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French rat Remy rocks in Greece October 9, 2007

Posted by grhomeboy in Movies Life, Movies Life Greek.
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‘Ratatouille’ supervising animator Mark A. Walsh talks about the successful mix behind the movie

ratatouille_film.jpg  ‘Ratatouille’ is fun and an esthetic pleasure to boot. ‘We animate not just the body movements, but the thoughts and feelings that are inside the body,’ says Walsh, explaining the difficulties of the project, which took four full years to complete.

If you had to describe the new animated picture “Ratatouille” in one sentence, it would be: An American rat in Paris. This is the story of a young rat that dreams of becoming a chef in the French capital.

Just a few days before the movie opened at Greek theatres, one of the brains behind this sensitive and restless little rodent and his friends, supervising animator Mark A. Walsh talked to the press. This true-blue Californian, easy and laid-back, smiling and enthusiastic about his work, likes to say he’s Californian rather than American. “You could say California is another country,” he says, on the defensive about his country’s foreign policy. But the conversation turns to “Ratatouille” and takes on a more light-hearted tone.

As supervising animator, Walsh was one of the people responsible for overseeing and coordinating the army of animators that breathed life and soul into Remy, the rat, and the other characters in the movie. “We had teams working on different parts of the movie. My role was to ensure continuity from one scene to the next,” he explains. “I had to parcel out responsibilities, say who would design which scene, make sure that the director would get exactly what he wanted and the ultimate goal was that it would all look like it had been done by one person at the end of the day.”

Walsh explains how “Ratatouille” took four full years to complete. The result is impressive not just for the high quality of its esthetic, but also for how alive the characters appear on screen. “You begin with a barrage of discussions with screenwriters and the director in order to sketch the characters: who is this character, what does he like, what does he want, what are his fears and obsessions? You always have a starting point. For example, the strong or bad characters are normally shown in triangular or square shapes; they are pointy, their shoulders stick out. The softer, quieter characters are rounder, fluffier. Mickey Mouse, for example, is made up of circles. This is why you have to know the characters you are designing from the very start. You may be able to show two characters shaking hands quite well on a technical level, but what is going on underneath? Maybe they hate each other and they’re pretending they don’t. Maybe it’s love at first sight. These hidden desires and emotions have to come across in the drawing. We always have to ask these kinds of questions.”

The Pixar team, who have already given us such gems as “Finding Nemo,” “The Incredibles” and “Cars”, has achieved truly impressive results in terms of realism, in the expressions and gestures of each individual character. “This was most certainly the hardest thing of all,” says Walsh, “especially given that drawing cartoons is an extremely tiring process. One grimace, one look, one movement of the eyebrow, the cheeks, anything, takes work. Synchronizing the lips and the words is not enough; the feeling comes out behind the synchronization. Body language is the key here. We animate not just the body movements, but the thoughts and feeling that are inside the body. Isn’t that what we do in daily life? Try to read what someone is thinking or feeling?”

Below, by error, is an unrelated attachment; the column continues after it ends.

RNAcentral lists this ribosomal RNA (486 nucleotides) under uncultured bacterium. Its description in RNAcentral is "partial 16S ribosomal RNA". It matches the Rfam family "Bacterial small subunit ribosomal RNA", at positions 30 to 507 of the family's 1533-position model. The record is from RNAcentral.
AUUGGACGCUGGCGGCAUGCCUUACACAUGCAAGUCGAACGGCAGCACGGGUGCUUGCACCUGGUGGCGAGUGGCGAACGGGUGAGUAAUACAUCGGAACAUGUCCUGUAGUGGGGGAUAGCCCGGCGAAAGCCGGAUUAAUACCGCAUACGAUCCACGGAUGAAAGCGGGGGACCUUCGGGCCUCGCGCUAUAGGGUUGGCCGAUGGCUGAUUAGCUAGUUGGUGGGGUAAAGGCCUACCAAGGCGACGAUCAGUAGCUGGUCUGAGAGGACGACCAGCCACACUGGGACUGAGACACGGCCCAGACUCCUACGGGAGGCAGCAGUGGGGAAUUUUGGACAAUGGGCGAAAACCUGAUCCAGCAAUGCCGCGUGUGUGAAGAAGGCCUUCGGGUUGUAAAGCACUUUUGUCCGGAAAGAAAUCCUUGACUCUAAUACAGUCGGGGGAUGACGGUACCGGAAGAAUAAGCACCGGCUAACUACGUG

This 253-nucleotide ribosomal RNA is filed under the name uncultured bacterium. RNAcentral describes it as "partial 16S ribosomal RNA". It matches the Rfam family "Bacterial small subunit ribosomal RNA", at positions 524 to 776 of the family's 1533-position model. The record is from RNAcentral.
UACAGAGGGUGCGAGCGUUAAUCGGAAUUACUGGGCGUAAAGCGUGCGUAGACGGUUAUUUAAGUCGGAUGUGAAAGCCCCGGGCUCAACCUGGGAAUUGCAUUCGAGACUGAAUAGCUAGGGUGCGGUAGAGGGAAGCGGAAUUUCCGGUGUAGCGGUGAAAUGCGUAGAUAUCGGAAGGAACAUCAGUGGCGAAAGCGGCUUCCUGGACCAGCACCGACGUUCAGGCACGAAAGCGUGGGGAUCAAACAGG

The other serious consideration for the creators of “Ratatouille” was to ensure that their characters were not one-dimensional. “Colette, for example, is a tomboy, but she’s still very much a woman,” notes Walsh. “She is not your usual fairytale princess. So, just as in life, you must have characters with contradictions and this is a huge challenge for animators. People are not one-dimensional and the same goes for cartoon characters.”

“Ratatouille” is doing very well in America right now, “But not as well as in Europe, where it rocks!” says Walsh. “Our previous movie, ‘Cars,’ had a more American subject, but here, with Paris as the backdrop and a fancy restaurant as the set, well, what could be more European?”

For all his enthusiasm about Europe’s warm reception, he seems a little bit put off when we tell him that there’s a dubbed version showing in Greece. As much as we explain that the Greek public certainly doesn’t enjoy missing the wonderful voices of Ian Holm, Peter O’Toole or Janeane Garofalo, though dubbed versions of Pixar movies in Greece are extremely well done, and that subtitles do not detract at all from the beauty of the image, he remains sceptical. His thoughts however are not turned to the subtitles as he responds: “Of course, you’re in Greece. You must hear Greek.”

Remy, a young country rat, dreams of becoming a chef in Paris. When he arrives in the big city he discovers that his idol has died, so he must strike an alliance with the garbage boy of a top-class restaurant to sneak his way in and learn the culinary arts from star chef Auguste Gusteau. His family, in the meantime, are concerned how the young rodent will fare in a world where they are so despised. “Ratatouille” features the voices of Patton Oswalt as Remy, Ian Holm as Skinner, Lou Romano as Linguini, Brian Dennehy as Django, Peter O’Toole as Anton Ego, Brad Garrett as Gusteau and Janeane Garofalo as Colette.

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